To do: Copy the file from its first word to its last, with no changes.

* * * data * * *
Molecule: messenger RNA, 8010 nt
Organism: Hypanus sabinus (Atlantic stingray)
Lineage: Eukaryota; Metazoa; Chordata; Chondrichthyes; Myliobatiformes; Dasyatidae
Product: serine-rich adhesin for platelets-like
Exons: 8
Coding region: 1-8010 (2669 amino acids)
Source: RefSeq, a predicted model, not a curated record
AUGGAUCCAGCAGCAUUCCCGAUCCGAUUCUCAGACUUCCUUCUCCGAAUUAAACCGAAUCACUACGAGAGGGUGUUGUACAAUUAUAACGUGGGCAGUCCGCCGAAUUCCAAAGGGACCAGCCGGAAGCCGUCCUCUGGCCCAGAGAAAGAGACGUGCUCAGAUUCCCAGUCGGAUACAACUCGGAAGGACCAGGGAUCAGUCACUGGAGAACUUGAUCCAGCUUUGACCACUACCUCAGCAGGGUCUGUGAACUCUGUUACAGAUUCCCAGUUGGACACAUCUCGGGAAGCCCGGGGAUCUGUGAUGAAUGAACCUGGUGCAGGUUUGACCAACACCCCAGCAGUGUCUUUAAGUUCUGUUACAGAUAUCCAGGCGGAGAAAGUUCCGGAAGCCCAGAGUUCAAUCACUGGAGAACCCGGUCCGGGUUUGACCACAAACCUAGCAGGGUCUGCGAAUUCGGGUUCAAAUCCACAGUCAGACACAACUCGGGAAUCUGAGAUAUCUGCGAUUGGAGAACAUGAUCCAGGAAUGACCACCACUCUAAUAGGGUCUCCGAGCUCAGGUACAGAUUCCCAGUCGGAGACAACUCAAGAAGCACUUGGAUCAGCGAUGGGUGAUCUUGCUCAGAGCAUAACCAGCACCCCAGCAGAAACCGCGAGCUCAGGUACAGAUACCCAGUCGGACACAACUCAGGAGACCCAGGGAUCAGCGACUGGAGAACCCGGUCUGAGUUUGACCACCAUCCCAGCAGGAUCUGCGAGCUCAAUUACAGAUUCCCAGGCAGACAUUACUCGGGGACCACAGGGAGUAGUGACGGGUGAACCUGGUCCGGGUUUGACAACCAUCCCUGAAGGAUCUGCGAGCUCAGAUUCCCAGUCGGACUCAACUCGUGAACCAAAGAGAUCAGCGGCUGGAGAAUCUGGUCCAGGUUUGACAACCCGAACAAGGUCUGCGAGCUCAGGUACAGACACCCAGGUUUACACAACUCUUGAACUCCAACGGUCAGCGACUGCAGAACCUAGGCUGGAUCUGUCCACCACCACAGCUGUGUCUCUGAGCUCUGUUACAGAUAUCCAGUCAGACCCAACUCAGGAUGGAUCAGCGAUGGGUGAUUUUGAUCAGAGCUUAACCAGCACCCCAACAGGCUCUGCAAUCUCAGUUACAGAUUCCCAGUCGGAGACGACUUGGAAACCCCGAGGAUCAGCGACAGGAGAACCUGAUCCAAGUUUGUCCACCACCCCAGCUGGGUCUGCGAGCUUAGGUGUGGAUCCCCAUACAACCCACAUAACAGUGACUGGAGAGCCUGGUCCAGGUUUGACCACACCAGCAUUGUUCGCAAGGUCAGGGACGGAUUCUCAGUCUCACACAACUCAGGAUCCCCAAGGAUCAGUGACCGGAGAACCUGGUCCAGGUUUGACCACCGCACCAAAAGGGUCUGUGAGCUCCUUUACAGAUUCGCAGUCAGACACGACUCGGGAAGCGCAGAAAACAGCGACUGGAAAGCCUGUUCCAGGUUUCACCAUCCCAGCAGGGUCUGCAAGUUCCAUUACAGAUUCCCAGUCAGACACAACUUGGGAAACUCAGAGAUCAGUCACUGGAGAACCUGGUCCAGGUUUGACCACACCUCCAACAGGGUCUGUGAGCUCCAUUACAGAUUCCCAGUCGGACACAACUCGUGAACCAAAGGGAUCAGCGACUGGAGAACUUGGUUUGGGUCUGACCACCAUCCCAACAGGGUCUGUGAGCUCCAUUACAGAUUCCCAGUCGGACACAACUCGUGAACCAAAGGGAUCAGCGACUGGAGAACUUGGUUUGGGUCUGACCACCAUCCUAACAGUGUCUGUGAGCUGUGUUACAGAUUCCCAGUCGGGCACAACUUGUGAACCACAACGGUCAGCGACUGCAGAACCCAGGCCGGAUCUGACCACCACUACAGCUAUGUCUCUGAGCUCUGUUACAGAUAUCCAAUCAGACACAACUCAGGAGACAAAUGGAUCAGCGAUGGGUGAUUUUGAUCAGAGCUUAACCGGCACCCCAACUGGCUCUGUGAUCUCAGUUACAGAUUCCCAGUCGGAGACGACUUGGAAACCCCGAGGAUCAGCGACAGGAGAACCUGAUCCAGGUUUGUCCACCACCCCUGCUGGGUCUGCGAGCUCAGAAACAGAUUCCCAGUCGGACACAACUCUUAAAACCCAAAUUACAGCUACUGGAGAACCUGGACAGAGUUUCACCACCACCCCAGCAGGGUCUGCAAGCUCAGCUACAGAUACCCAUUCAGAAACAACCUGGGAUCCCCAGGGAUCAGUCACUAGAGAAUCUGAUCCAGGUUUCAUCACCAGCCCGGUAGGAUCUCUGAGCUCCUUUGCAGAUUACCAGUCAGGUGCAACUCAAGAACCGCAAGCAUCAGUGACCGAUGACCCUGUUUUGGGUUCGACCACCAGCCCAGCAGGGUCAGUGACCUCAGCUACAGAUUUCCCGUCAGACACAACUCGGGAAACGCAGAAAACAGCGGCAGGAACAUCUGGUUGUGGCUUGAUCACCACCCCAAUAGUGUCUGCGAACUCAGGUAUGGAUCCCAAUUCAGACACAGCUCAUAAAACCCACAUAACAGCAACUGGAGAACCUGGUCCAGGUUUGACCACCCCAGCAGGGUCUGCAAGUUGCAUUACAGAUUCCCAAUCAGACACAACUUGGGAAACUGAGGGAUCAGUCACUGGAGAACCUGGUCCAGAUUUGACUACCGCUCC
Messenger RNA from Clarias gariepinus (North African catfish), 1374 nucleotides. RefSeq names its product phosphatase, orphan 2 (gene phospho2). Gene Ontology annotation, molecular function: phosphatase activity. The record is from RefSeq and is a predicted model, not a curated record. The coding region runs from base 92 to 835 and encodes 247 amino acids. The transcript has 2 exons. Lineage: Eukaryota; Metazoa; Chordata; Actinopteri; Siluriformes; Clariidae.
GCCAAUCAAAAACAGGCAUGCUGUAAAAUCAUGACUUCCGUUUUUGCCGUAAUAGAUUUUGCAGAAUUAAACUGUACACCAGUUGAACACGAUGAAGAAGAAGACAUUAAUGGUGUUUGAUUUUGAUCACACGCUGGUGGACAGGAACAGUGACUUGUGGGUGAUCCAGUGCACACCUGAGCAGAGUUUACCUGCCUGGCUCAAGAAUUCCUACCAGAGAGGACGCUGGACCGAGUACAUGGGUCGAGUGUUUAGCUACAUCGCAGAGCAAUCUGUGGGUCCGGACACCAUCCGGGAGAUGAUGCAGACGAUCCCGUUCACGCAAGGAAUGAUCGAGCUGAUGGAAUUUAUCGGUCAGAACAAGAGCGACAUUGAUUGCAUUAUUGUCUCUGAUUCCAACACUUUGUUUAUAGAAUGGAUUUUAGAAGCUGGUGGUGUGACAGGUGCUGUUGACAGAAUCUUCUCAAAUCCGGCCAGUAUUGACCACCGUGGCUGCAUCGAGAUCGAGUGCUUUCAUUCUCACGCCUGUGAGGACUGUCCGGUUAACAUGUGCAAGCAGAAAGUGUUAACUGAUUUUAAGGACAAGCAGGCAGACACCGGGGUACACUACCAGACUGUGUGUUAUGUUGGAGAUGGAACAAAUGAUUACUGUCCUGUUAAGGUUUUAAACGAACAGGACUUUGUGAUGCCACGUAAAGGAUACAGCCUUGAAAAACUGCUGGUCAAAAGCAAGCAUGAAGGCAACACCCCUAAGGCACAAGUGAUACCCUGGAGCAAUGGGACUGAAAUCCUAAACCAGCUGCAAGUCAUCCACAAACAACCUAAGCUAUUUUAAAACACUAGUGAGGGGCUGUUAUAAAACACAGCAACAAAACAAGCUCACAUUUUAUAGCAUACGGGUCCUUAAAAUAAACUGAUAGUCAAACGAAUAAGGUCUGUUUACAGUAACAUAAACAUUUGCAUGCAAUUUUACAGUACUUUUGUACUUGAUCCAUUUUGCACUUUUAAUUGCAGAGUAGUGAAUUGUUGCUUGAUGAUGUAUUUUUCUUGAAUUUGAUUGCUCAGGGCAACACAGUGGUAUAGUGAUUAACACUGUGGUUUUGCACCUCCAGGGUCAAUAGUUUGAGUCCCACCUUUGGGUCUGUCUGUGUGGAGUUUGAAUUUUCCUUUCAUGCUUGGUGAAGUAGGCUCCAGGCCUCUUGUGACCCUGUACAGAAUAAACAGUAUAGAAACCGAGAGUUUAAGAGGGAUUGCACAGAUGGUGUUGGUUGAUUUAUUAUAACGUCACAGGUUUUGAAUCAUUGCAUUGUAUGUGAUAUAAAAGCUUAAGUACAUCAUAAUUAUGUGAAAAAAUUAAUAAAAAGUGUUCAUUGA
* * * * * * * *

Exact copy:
Molecule: messenger RNA, 8010 nt
Organism: Hypanus sabinus (Atlantic stingray)
Lineage: Eukaryota; Metazoa; Chordata; Chondrichthyes; Myliobatiformes; Dasyatidae
Product: serine-rich adhesin for platelets-like
Exons: 8
Coding region: 1-8010 (2669 amino acids)
Source: RefSeq, a predicted model, not a curated record
AUGGAUCCAGCAGCAUUCCCGAUCCGAUUCUCAGACUUCCUUCUCCGAAUUAAACCGAAUCACUACGAGAGGGUGUUGUACAAUUAUAACGUGGGCAGUCCGCCGAAUUCCAAAGGGACCAGCCGGAAGCCGUCCUCUGGCCCAGAGAAAGAGACGUGCUCAGAUUCCCAGUCGGAUACAACUCGGAAGGACCAGGGAUCAGUCACUGGAGAACUUGAUCCAGCUUUGACCACUACCUCAGCAGGGUCUGUGAACUCUGUUACAGAUUCCCAGUUGGACACAUCUCGGGAAGCCCGGGGAUCUGUGAUGAAUGAACCUGGUGCAGGUUUGACCAACACCCCAGCAGUGUCUUUAAGUUCUGUUACAGAUAUCCAGGCGGAGAAAGUUCCGGAAGCCCAGAGUUCAAUCACUGGAGAACCCGGUCCGGGUUUGACCACAAACCUAGCAGGGUCUGCGAAUUCGGGUUCAAAUCCACAGUCAGACACAACUCGGGAAUCUGAGAUAUCUGCGAUUGGAGAACAUGAUCCAGGAAUGACCACCACUCUAAUAGGGUCUCCGAGCUCAGGUACAGAUUCCCAGUCGGAGACAACUCAAGAAGCACUUGGAUCAGCGAUGGGUGAUCUUGCUCAGAGCAUAACCAGCACCCCAGCAGAAACCGCGAGCUCAGGUACAGAUACCCAGUCGGACACAACUCAGGAGACCCAGGGAUCAGCGACUGGAGAACCCGGUCUGAGUUUGACCACCAUCCCAGCAGGAUCUGCGAGCUCAAUUACAGAUUCCCAGGCAGACAUUACUCGGGGACCACAGGGAGUAGUGACGGGUGAACCUGGUCCGGGUUUGACAACCAUCCCUGAAGGAUCUGCGAGCUCAGAUUCCCAGUCGGACUCAACUCGUGAACCAAAGAGAUCAGCGGCUGGAGAAUCUGGUCCAGGUUUGACAACCCGAACAAGGUCUGCGAGCUCAGGUACAGACACCCAGGUUUACACAACUCUUGAACUCCAACGGUCAGCGACUGCAGAACCUAGGCUGGAUCUGUCCACCACCACAGCUGUGUCUCUGAGCUCUGUUACAGAUAUCCAGUCAGACCCAACUCAGGAUGGAUCAGCGAUGGGUGAUUUUGAUCAGAGCUUAACCAGCACCCCAACAGGCUCUGCAAUCUCAGUUACAGAUUCCCAGUCGGAGACGACUUGGAAACCCCGAGGAUCAGCGACAGGAGAACCUGAUCCAAGUUUGUCCACCACCCCAGCUGGGUCUGCGAGCUUAGGUGUGGAUCCCCAUACAACCCACAUAACAGUGACUGGAGAGCCUGGUCCAGGUUUGACCACACCAGCAUUGUUCGCAAGGUCAGGGACGGAUUCUCAGUCUCACACAACUCAGGAUCCCCAAGGAUCAGUGACCGGAGAACCUGGUCCAGGUUUGACCACCGCACCAAAAGGGUCUGUGAGCUCCUUUACAGAUUCGCAGUCAGACACGACUCGGGAAGCGCAGAAAACAGCGACUGGAAAGCCUGUUCCAGGUUUCACCAUCCCAGCAGGGUCUGCAAGUUCCAUUACAGAUUCCCAGUCAGACACAACUUGGGAAACUCAGAGAUCAGUCACUGGAGAACCUGGUCCAGGUUUGACCACACCUCCAACAGGGUCUGUGAGCUCCAUUACAGAUUCCCAGUCGGACACAACUCGUGAACCAAAGGGAUCAGCGACUGGAGAACUUGGUUUGGGUCUGACCACCAUCCCAACAGGGUCUGUGAGCUCCAUUACAGAUUCCCAGUCGGACACAACUCGUGAACCAAAGGGAUCAGCGACUGGAGAACUUGGUUUGGGUCUGACCACCAUCCUAACAGUGUCUGUGAGCUGUGUUACAGAUUCCCAGUCGGGCACAACUUGUGAACCACAACGGUCAGCGACUGCAGAACCCAGGCCGGAUCUGACCACCACUACAGCUAUGUCUCUGAGCUCUGUUACAGAUAUCCAAUCAGACACAACUCAGGAGACAAAUGGAUCAGCGAUGGGUGAUUUUGAUCAGAGCUUAACCGGCACCCCAACUGGCUCUGUGAUCUCAGUUACAGAUUCCCAGUCGGAGACGACUUGGAAACCCCGAGGAUCAGCGACAGGAGAACCUGAUCCAGGUUUGUCCACCACCCCUGCUGGGUCUGCGAGCUCAGAAACAGAUUCCCAGUCGGACACAACUCUUAAAACCCAAAUUACAGCUACUGGAGAACCUGGACAGAGUUUCACCACCACCCCAGCAGGGUCUGCAAGCUCAGCUACAGAUACCCAUUCAGAAACAACCUGGGAUCCCCAGGGAUCAGUCACUAGAGAAUCUGAUCCAGGUUUCAUCACCAGCCCGGUAGGAUCUCUGAGCUCCUUUGCAGAUUACCAGUCAGGUGCAACUCAAGAACCGCAAGCAUCAGUGACCGAUGACCCUGUUUUGGGUUCGACCACCAGCCCAGCAGGGUCAGUGACCUCAGCUACAGAUUUCCCGUCAGACACAACUCGGGAAACGCAGAAAACAGCGGCAGGAACAUCUGGUUGUGGCUUGAUCACCACCCCAAUAGUGUCUGCGAACUCAGGUAUGGAUCCCAAUUCAGACACAGCUCAUAAAACCCACAUAACAGCAACUGGAGAACCUGGUCCAGGUUUGACCACCCCAGCAGGGUCUGCAAGUUGCAUUACAGAUUCCCAAUCAGACACAACUUGGGAAACUGAGGGAUCAGUCACUGGAGAACCUGGUCCAGAUUUGACUACCGCUCC
Messenger RNA from Clarias gariepinus (North African catfish), 1374 nucleotides. RefSeq names its product phosphatase, orphan 2 (gene phospho2). Gene Ontology annotation, molecular function: phosphatase activity. The record is from RefSeq and is a predicted model, not a curated record. The coding region runs from base 92 to 835 and encodes 247 amino acids. The transcript has 2 exons. Lineage: Eukaryota; Metazoa; Chordata; Actinopteri; Siluriformes; Clariidae.
GCCAAUCAAAAACAGGCAUGCUGUAAAAUCAUGACUUCCGUUUUUGCCGUAAUAGAUUUUGCAGAAUUAAACUGUACACCAGUUGAACACGAUGAAGAAGAAGACAUUAAUGGUGUUUGAUUUUGAUCACACGCUGGUGGACAGGAACAGUGACUUGUGGGUGAUCCAGUGCACACCUGAGCAGAGUUUACCUGCCUGGCUCAAGAAUUCCUACCAGAGAGGACGCUGGACCGAGUACAUGGGUCGAGUGUUUAGCUACAUCGCAGAGCAAUCUGUGGGUCCGGACACCAUCCGGGAGAUGAUGCAGACGAUCCCGUUCACGCAAGGAAUGAUCGAGCUGAUGGAAUUUAUCGGUCAGAACAAGAGCGACAUUGAUUGCAUUAUUGUCUCUGAUUCCAACACUUUGUUUAUAGAAUGGAUUUUAGAAGCUGGUGGUGUGACAGGUGCUGUUGACAGAAUCUUCUCAAAUCCGGCCAGUAUUGACCACCGUGGCUGCAUCGAGAUCGAGUGCUUUCAUUCUCACGCCUGUGAGGACUGUCCGGUUAACAUGUGCAAGCAGAAAGUGUUAACUGAUUUUAAGGACAAGCAGGCAGACACCGGGGUACACUACCAGACUGUGUGUUAUGUUGGAGAUGGAACAAAUGAUUACUGUCCUGUUAAGGUUUUAAACGAACAGGACUUUGUGAUGCCACGUAAAGGAUACAGCCUUGAAAAACUGCUGGUCAAAAGCAAGCAUGAAGGCAACACCCCUAAGGCACAAGUGAUACCCUGGAGCAAUGGGACUGAAAUCCUAAACCAGCUGCAAGUCAUCCACAAACAACCUAAGCUAUUUUAAAACACUAGUGAGGGGCUGUUAUAAAACACAGCAACAAAACAAGCUCACAUUUUAUAGCAUACGGGUCCUUAAAAUAAACUGAUAGUCAAACGAAUAAGGUCUGUUUACAGUAACAUAAACAUUUGCAUGCAAUUUUACAGUACUUUUGUACUUGAUCCAUUUUGCACUUUUAAUUGCAGAGUAGUGAAUUGUUGCUUGAUGAUGUAUUUUUCUUGAAUUUGAUUGCUCAGGGCAACACAGUGGUAUAGUGAUUAACACUGUGGUUUUGCACCUCCAGGGUCAAUAGUUUGAGUCCCACCUUUGGGUCUGUCUGUGUGGAGUUUGAAUUUUCCUUUCAUGCUUGGUGAAGUAGGCUCCAGGCCUCUUGUGACCCUGUACAGAAUAAACAGUAUAGAAACCGAGAGUUUAAGAGGGAUUGCACAGAUGGUGUUGGUUGAUUUAUUAUAACGUCACAGGUUUUGAAUCAUUGCAUUGUAUGUGAUAUAAAAGCUUAAGUACAUCAUAAUUAUGUGAAAAAAUUAAUAAAAAGUGUUCAUUGA